Metro Health Hospital in Grand Rapids, Michigan is a LEED registered facility that includes same-handed design in the rooms. Patient rooms look out onto the green roof below.
I've been traveling quite a bit these days and staying in different places. One of the challenges of leaving a familiar space is that you have to relearn basics, like where the light switch is located, or where the toilet paper rolls resides. Seems small, until you're fumbling about in the middle of the night or dropping a glass on the floor cause there's a table next to your bed at home. Simple tasks—locating silverware and plates, tv remotes and dishsoap—can add up throughout the day. I realize how habitual a daily routine becomes. We function without thinking, knowing intuitively where things go.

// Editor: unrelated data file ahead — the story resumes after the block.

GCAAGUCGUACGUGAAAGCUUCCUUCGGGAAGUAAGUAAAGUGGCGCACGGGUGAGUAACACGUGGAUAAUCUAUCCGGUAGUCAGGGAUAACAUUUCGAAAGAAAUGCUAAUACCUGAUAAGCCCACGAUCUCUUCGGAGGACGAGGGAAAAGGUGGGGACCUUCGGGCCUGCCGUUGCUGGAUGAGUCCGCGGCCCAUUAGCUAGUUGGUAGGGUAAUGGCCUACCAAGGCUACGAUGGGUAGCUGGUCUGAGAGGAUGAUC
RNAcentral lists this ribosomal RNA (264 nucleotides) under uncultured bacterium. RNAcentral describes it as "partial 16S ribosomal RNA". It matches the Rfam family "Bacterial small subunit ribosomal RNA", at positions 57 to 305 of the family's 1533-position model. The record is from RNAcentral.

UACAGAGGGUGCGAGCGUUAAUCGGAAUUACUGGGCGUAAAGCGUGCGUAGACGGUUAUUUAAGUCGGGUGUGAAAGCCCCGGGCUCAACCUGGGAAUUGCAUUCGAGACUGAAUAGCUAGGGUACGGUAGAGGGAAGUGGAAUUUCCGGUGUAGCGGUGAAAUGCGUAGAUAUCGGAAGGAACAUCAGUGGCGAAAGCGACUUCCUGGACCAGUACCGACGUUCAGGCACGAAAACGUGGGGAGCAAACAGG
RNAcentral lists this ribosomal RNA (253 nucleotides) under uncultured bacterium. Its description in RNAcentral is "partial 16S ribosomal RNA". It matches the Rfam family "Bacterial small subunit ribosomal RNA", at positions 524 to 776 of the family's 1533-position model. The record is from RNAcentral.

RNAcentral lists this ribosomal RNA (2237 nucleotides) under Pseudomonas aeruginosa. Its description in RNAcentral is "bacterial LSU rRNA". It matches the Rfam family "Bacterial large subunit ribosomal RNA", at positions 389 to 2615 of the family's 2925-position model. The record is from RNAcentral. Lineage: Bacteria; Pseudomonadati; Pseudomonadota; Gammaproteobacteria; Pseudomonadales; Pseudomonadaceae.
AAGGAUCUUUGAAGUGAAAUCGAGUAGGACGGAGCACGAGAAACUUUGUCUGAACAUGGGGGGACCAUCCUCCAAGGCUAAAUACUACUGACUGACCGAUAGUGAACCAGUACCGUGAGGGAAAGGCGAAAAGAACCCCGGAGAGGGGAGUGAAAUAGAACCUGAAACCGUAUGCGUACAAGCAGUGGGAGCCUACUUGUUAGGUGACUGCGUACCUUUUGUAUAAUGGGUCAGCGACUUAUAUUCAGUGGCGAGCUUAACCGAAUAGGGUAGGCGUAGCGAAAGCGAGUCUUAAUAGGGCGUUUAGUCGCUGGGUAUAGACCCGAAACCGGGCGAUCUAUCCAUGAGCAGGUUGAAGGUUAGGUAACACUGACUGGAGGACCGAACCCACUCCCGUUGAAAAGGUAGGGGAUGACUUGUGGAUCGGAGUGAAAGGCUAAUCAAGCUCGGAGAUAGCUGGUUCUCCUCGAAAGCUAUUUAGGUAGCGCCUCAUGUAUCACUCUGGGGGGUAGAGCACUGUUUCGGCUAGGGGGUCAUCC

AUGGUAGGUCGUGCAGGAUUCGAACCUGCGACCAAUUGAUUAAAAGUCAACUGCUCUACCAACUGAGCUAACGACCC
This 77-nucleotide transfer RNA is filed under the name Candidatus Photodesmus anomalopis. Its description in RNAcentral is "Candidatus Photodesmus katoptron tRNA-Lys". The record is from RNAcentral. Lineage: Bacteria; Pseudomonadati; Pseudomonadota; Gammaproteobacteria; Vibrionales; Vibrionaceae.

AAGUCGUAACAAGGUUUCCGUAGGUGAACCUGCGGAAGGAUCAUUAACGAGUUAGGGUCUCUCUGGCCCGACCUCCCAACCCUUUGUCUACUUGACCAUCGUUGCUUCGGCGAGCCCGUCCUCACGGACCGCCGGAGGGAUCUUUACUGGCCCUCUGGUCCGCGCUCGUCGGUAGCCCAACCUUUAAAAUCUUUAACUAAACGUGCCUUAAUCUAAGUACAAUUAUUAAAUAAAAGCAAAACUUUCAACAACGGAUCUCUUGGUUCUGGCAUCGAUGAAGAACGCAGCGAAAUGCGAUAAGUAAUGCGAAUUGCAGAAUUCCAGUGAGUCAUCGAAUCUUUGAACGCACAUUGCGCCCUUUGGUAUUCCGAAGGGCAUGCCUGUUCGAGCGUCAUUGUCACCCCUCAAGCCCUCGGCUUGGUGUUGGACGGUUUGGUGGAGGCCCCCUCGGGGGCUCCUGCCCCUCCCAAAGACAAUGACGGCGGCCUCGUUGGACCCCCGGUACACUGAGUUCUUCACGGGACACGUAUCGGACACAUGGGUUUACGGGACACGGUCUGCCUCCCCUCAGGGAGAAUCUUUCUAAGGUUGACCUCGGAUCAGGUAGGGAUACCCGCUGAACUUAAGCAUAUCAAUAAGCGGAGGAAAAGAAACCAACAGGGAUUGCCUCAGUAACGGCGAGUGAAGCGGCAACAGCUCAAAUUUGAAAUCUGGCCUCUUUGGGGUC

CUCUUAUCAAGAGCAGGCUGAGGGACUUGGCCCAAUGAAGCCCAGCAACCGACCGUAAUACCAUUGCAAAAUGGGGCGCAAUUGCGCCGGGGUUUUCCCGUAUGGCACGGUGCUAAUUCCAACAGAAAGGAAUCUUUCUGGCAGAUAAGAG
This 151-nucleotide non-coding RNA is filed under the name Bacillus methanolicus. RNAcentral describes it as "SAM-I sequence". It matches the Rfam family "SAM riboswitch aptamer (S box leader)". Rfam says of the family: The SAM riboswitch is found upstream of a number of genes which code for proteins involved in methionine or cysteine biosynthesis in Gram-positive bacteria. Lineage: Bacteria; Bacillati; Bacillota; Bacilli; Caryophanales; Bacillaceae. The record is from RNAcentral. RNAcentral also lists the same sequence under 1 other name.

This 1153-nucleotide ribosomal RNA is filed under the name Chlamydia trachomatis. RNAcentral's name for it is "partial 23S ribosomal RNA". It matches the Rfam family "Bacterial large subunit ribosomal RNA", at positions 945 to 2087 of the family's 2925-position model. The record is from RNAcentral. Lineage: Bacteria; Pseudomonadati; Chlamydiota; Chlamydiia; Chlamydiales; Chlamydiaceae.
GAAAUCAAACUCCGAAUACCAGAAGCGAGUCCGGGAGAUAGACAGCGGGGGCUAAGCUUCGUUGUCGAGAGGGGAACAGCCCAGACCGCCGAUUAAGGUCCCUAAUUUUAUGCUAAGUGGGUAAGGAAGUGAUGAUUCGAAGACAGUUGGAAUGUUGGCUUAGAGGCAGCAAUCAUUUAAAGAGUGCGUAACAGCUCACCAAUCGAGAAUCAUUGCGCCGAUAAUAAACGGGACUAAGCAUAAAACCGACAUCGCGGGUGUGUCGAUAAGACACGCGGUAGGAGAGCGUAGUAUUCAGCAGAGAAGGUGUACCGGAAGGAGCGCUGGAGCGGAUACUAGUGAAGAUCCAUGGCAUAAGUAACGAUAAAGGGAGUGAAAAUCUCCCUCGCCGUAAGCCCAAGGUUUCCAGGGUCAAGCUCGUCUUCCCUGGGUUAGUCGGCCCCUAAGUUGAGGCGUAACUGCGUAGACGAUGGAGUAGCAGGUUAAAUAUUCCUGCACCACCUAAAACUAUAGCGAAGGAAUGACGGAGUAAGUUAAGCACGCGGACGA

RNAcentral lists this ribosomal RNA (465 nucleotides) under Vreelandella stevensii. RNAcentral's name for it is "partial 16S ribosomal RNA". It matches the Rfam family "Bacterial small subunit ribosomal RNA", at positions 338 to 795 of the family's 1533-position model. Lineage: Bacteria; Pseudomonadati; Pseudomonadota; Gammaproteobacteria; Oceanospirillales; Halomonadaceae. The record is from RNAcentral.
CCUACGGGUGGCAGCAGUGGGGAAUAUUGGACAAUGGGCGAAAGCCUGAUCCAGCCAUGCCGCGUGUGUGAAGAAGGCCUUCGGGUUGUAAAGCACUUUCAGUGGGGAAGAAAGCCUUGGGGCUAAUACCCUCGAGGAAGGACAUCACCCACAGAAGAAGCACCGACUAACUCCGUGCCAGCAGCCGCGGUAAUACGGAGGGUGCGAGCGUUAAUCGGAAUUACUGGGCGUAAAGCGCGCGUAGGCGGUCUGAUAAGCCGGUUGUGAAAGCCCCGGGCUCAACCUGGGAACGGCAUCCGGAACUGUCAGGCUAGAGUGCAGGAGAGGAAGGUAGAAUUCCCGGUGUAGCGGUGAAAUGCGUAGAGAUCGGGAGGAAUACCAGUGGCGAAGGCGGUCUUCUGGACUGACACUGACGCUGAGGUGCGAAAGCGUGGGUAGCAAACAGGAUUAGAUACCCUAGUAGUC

One of the things cropping up in interior design, especially in the healthcare field, is the idea of same-handed rooms. In most buildings—like hospitals and hotels—rooms are mirror images of one another so that they can share a wall of internal infrastructure, such as plumbing. It's cheaper that way. In same-handed facilities, however, every room is exactly the same. So when a nurse moves from one room to the next, all materials and supplies are located in precisely the same spot. There's no need to relearn or remember where you are.